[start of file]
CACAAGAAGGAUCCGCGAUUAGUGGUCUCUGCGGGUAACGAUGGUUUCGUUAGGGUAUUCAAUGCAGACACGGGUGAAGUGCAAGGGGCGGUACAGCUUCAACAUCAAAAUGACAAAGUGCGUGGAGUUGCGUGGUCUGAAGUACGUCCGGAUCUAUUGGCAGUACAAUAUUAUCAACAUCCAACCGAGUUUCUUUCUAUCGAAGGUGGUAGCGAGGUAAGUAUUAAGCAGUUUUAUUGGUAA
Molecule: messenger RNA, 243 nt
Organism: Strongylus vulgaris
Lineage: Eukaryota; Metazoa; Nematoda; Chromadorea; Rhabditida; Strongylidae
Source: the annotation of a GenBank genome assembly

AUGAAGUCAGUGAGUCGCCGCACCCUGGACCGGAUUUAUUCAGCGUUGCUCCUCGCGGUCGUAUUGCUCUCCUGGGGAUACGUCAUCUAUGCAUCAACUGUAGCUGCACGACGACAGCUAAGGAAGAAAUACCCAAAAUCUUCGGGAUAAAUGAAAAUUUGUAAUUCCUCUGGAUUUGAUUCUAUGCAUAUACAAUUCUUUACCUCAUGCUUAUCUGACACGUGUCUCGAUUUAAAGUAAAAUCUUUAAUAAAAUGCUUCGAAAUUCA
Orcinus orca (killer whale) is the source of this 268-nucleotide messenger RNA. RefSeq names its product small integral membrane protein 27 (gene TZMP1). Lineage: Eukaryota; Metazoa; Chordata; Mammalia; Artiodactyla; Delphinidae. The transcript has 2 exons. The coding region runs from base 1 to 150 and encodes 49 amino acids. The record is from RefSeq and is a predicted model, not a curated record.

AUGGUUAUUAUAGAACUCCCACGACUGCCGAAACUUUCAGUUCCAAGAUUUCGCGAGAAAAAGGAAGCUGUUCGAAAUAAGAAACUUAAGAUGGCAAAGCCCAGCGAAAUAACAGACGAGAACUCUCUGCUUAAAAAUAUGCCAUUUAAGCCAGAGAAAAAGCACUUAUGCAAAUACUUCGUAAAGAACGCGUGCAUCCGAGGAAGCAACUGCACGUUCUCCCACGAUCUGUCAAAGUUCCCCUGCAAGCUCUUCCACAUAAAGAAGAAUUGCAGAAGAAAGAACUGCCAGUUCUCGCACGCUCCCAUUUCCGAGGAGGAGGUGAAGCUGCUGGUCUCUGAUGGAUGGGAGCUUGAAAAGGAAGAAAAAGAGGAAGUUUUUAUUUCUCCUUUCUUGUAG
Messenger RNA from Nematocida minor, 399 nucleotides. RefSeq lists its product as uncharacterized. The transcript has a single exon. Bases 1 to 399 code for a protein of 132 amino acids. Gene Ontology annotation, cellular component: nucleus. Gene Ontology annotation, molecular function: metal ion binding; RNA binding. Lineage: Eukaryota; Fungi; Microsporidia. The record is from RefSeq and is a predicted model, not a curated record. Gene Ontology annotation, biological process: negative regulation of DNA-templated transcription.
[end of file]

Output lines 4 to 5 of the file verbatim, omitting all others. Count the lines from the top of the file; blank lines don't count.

Lineage: Eukaryota; Metazoa; Nematoda; Chromadorea; Rhabditida; Strongylidae
Source: the annotation of a GenBank genome assembly